No. And so you can be absolutely drop dead gorgeous, but in the wrong light. You can look a hundred years old. I think, can you speak a little bit more to just that lighting perspective?

[00:18:11] Thomas Levine: Of course when you travel, a lot of times you don't have a choice on lighting. Okay. Because you're traveling all day.

So the morning and the late afternoon are the best lights because it's coming from the side. If it's overhead, then you might have some problems because you're really lighting, like you're taking a picture of a person, you're lighting the top of the head. But most of the time it's not right overhead. And I found that if you don't have a choice and the person's facing the light, I prefer somebody wearing sunglasses for that particular picture.

Because you're probably going to have other pictures whether or not they don't have to wear sunglasses. I used to take pictures. Of these people for commercial reasons, and they would be staring at the light. And they wouldn't they were not allowed to wear sunglasses for the ad I was making.

So people are like, they would close their eyes and then I would go, 1, 2, 3 on three, open your eyes. And then they would open their eyes, because otherwise, if you stare at the sun, you're just going to squint. Okay. And it's not that much fun to be a subject. Where that sun's straight in your eye. So I prefer if it's possible, and it's possible when you're traveling, wear sunglasses for those kind of pictures.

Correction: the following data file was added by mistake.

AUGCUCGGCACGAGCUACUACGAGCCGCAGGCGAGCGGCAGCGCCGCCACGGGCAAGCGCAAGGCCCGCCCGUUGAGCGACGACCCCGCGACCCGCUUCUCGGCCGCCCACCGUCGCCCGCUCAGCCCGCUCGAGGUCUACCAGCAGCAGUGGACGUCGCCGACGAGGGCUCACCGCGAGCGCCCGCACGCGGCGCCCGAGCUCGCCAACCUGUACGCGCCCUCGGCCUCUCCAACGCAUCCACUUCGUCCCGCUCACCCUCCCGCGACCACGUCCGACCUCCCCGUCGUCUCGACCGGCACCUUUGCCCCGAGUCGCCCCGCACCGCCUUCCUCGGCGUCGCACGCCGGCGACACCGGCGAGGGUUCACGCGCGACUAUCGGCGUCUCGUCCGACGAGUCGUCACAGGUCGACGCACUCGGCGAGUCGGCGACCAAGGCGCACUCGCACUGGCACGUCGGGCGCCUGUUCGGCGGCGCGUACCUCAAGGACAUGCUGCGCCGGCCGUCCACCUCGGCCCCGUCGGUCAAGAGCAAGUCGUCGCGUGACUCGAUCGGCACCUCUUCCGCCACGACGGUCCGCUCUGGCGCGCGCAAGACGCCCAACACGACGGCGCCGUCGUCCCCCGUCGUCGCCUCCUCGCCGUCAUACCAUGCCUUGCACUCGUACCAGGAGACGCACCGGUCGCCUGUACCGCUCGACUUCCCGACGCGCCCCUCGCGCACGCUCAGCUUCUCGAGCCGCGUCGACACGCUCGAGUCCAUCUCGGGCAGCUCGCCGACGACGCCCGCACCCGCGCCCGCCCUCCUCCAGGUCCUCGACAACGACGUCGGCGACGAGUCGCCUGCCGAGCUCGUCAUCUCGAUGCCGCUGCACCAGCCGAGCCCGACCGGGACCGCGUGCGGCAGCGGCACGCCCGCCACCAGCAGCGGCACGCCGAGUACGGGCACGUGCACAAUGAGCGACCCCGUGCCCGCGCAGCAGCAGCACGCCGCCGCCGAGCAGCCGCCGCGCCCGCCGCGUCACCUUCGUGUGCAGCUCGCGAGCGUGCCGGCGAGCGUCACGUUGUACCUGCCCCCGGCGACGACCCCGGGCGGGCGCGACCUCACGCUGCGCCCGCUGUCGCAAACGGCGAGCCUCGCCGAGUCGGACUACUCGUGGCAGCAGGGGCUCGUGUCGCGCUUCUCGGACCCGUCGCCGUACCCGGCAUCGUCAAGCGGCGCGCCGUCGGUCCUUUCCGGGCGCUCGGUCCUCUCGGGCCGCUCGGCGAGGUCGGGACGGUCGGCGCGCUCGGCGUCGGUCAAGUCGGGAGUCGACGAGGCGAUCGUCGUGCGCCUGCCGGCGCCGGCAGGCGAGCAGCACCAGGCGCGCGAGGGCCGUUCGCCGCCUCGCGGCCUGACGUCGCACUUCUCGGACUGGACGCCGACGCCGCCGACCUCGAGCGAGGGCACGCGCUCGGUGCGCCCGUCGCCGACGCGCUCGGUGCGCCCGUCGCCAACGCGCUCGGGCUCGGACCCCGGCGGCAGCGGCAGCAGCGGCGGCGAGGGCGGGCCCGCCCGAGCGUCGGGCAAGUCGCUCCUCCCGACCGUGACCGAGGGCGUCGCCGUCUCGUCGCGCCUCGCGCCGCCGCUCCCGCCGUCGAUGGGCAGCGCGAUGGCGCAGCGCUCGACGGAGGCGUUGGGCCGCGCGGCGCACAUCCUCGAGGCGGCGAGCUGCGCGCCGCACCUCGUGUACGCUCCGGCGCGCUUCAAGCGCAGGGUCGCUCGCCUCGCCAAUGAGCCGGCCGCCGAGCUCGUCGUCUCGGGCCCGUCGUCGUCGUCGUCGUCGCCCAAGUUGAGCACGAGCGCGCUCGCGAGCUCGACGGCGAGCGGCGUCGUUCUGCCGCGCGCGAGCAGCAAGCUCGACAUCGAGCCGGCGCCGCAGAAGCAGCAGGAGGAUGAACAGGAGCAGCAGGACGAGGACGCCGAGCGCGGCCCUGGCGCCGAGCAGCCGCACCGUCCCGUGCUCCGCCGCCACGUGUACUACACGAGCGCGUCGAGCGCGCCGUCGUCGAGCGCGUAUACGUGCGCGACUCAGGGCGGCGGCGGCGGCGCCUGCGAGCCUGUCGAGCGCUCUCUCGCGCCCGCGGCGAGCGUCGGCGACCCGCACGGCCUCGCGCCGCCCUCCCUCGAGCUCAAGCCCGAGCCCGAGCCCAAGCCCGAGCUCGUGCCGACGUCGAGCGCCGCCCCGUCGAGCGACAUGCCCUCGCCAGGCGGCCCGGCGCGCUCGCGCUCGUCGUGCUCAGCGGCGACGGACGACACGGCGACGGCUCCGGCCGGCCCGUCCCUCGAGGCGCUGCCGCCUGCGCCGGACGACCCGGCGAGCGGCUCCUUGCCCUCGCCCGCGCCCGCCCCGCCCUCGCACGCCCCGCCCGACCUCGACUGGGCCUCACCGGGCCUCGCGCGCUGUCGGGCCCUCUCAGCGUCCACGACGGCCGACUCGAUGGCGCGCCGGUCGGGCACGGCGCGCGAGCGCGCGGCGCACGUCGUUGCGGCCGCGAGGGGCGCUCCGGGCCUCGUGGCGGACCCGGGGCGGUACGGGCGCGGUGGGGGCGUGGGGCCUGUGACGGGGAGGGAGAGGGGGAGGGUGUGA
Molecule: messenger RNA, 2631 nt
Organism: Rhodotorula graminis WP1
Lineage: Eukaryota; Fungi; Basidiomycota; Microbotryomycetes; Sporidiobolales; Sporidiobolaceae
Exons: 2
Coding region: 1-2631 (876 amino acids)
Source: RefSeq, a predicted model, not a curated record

The other thing you can be under a tree or under an umbrella and take the picture and it's a lot more pleasing. Okay. Or if it's if it's two o'clock and the light is off to the side a little bit, but not as much as you'd like, then a lot of times you can turn that.

So that the light's coming off of their side, off the side of their head and their side of their face. And there's another thing you could do with a lot of cameras is it's called fill light. It's fill flash. So if you're taking a picture of somebody and they're they're in the shadow, their face is in the shadow, but everything else is lit, you can turn your flash on and set it for fill and you can do this on your iphone.

Or whatever phone you're using, and then it'll fill it in and you, and it's actually very pleasing light for your face. So I don't know if you're familiar with that.

[00:20:24] Kerry Newsome: No, definitely not. And I have made the error of sometimes I'll stand in the shade and take a picture of them in the sun. And that doesn't work out. And then I swap places and then I'm in the sun and they're in the shade. And either way it doesn't come out well. Or a person has got shade on half of their face, and sun on the other. You can see how much trouble I have in getting it right. It takes me a few goes.

[00:20:58] Thomas Levine: Well, I, Kerry, I it’s something that most people aren't going to carry.

I carry, a disc that opens up and it's white. Okay. And it's on a kind of a spring thing, but I've also done it this way. If somebody is, too bright on one side and it's too dark on the other, and I see somebody wearing a white shirt sometimes if they're not going to be in the picture, if I could get them close enough that white, the sun will bounce off that person's white shirt and fill the other part of your face in. So you have them on the dark side of their face, or if you find something white. Sometimes I've even used a, menu. From a restaurant, just to fill in that, because I use that with food too. Because you really it it's too much of a distraction if you're really bright on one side and it's too dark on the other, it just doesn't look right.